If sincerity is a merit, it is doubtless not an absolute literary merit. Art is well pleased with falsehood and no one is particular to confess either his "communions" or his repulsions; but by sincerity I here under- stand the artistic disinterestedness which acts so that the writer, unafraid of terrifying 130
the average brain or of vexing certain friends or masters, disrobes his thought with the calm wantonness of the extreme innocence of perfect vice — or of passion. Eekhoud's "communions" are impassioned; he eagerly sits down to table and having nourished himself on charity, anger, pity and scorn, having tasted all the love elixirs piously formed by his hate, he rises, drunk, but not fed, with the future joys.
THE author of Mystere des Foules strongly recalls Balzac; he has his power and dispersive force. Like Balzac, but to a much smaller extent, he wrote, while very young, execrable books where no one could have forseen the future genius of an intelligence truly cyclical; la Force du mal is no more in the germ in le The chez Miranda than le Pere Goriot in Jane la Pdle or le Vicaire des Ardennes. Paul Adam, nevertheless, is a precocious person, but there are limits to precocity especially in a writer destined to narrate life exactly as he sees and feels it. It was needful that the education of the senses should have had time to mature and that experience should have fortified the mind in the art of comparisons and choice, the asso- ciation and disassociation of ideas. A nov- elist still needs a large erudition and all kinds of ideas that are solidly acquired, but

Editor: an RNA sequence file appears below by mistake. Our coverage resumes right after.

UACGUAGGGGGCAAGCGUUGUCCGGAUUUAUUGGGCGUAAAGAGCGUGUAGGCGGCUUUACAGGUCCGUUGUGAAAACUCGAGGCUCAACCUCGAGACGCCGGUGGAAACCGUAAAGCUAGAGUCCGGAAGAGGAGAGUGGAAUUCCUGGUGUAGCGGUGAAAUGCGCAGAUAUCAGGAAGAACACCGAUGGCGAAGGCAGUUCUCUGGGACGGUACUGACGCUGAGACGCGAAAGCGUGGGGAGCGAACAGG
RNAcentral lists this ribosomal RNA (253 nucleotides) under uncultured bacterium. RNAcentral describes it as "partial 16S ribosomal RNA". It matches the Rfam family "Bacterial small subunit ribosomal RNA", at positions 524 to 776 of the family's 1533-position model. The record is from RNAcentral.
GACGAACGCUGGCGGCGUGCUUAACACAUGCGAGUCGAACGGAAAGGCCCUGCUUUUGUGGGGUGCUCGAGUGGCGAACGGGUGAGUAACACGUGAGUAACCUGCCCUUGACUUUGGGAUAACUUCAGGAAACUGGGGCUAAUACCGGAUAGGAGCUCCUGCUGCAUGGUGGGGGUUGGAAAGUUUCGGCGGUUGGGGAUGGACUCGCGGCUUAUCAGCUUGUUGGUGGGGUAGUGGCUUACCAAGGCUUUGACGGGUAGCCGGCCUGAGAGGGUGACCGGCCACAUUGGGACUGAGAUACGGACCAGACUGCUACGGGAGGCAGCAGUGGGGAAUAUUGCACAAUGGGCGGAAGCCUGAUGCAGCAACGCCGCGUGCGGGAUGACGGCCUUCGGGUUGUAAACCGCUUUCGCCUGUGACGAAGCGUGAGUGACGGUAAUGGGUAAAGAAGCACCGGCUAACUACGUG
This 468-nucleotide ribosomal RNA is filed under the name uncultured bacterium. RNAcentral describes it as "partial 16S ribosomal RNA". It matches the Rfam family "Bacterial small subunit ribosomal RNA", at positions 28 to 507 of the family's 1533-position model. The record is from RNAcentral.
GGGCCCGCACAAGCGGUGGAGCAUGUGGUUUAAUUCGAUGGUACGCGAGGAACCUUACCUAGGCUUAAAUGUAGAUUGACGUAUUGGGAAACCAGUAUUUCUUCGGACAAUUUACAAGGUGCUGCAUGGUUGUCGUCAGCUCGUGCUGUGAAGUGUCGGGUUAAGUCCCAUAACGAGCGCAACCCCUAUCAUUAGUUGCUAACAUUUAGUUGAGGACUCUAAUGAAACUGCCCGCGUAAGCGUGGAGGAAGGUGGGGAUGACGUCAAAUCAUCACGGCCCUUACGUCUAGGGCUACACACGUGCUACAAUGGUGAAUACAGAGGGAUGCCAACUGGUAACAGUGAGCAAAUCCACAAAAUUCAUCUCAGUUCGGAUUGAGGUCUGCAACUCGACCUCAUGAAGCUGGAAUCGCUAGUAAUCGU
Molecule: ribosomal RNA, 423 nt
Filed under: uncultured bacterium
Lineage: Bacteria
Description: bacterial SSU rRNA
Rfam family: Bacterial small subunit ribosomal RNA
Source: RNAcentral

slowly and by chance, by the good will, of things and the favorableness of events.
Today Paul Adam is in all his radiance and on the very eve of glory. Each of his ges- tures, each pace of his brings him nearer to the bomb-ketch ready to explode, and if he withstands the qualing from the thunder- clap, he will be king and master. By this bomb-ketch, I do not mean the great mob, but that large public, already selected, which, insensible to pure art, nevertheless demands that its romantic emotions be served enrobed in true literary style, original, strongly perfumed, of long dough cleverly kneaded, and in a form new enough to surprise and charm. This was Balzac's public; it is the public which Paul Adam seems on the point of reconquering. The novel of manners (I omit three or four masters whom I have not to judge here) is fallen lower than ever since the century and a half when it was brought from England. Neglecting observation, style, imagination and especially ideas, which were rather general than particular, the fictionists who 136